In the article I wrote last week, I mentioned that there are no serious conflicts over values between China and the West. The two sides share comprehensive common values, including democracy, freedom and rule of law.
They indeed have ideological conflicts, which are actually a reflection of their different self-interests.
Many people may disagree with my opinions. But I would reiterate that the mainstream values of China and the West have more in common than in dispute.
Some people in the US and the West are determined to portray problems between China and the US as antagonism between different sets of values.
So, we must be careful of such traps in the narrative and avoid pushing the two countries toward confrontations over values.
Democracy, freedom and rule of law are all part of China’s socialist core values, and what Chinese people believe in.
China and the West may have different priorities in upholding these values, but the differences should by no means be an antagonism between the two sides.
People like US Secretary of State Mike Pompeo aim to attach extreme definitions to the differences so as to demonize China within the Western world. We must not let them have their way.
Emphasizing common values between China and the West is not part of some strategy; Instead, it is about seeking truth from facts. Chinese and Westerners don’t disagree with each other very much about what is good and what is bad in their daily life.
It is the same if we take a look at this issue from a society-level view. Different political systems and disputes over national interests have led to ideological conflicts, which are totally different from an ideological hostility.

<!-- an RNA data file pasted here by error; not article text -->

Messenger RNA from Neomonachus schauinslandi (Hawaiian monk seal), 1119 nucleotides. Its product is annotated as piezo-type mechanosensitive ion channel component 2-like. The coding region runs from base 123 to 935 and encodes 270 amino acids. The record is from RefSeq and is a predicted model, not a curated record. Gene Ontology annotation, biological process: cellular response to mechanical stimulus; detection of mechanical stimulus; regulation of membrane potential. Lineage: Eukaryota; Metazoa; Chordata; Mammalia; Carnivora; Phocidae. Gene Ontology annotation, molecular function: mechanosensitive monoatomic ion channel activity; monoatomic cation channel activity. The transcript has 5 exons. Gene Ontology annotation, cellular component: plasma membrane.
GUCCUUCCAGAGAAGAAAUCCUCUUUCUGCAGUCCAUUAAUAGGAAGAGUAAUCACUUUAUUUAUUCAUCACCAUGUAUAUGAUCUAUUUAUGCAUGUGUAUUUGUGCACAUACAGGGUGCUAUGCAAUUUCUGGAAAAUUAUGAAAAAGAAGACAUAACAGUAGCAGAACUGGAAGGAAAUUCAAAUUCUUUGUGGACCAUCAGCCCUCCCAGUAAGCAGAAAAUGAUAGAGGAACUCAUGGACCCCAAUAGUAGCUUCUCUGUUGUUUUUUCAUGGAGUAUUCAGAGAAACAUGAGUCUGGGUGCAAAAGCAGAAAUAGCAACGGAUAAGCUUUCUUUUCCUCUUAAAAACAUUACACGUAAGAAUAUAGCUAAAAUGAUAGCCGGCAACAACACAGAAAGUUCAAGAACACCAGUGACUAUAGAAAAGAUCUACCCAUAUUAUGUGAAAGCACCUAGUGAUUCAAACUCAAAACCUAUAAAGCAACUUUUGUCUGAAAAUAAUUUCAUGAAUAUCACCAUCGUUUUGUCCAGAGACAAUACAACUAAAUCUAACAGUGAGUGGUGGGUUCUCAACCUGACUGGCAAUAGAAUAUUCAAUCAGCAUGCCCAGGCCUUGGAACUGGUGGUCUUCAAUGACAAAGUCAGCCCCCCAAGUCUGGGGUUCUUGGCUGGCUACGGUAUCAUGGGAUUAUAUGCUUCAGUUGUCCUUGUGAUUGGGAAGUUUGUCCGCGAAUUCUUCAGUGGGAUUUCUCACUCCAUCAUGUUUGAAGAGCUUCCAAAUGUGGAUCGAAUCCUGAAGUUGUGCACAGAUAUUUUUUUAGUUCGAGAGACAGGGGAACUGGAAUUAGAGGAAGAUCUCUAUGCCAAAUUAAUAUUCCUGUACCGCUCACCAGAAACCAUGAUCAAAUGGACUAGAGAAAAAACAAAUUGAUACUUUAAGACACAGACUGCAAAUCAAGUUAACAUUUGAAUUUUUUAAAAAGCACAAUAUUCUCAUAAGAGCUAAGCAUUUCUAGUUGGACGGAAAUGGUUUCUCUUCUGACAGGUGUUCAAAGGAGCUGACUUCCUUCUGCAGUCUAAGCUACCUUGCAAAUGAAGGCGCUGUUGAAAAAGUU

Both Chinese and Western societies love peace. All people want to live better lives and support order and cherish freedom.
All countries need to further develop, though their ways to achieve these goals may vary. We don’t need to be worried about some Westerners’ attempts to mislead people. With gradual communication with China, these people will seriously contemplate the radical mentality of Western political elites.
Facts are the most telling argument. By doing our own business well, developing our country well, bettering people’s livelihood and benefitting people with expanded human rights efforts, China’s words will eventually resonate with the world.
We shouldn’t push ourselves to be “left” because of the struggle with extreme forces in the US – we don’t have to respond to all their moves. Having willpower means to impartially hold our ground and stick to our due direction. This is my advice for people of goodwill.
The author is editor-in-chief of the Global Times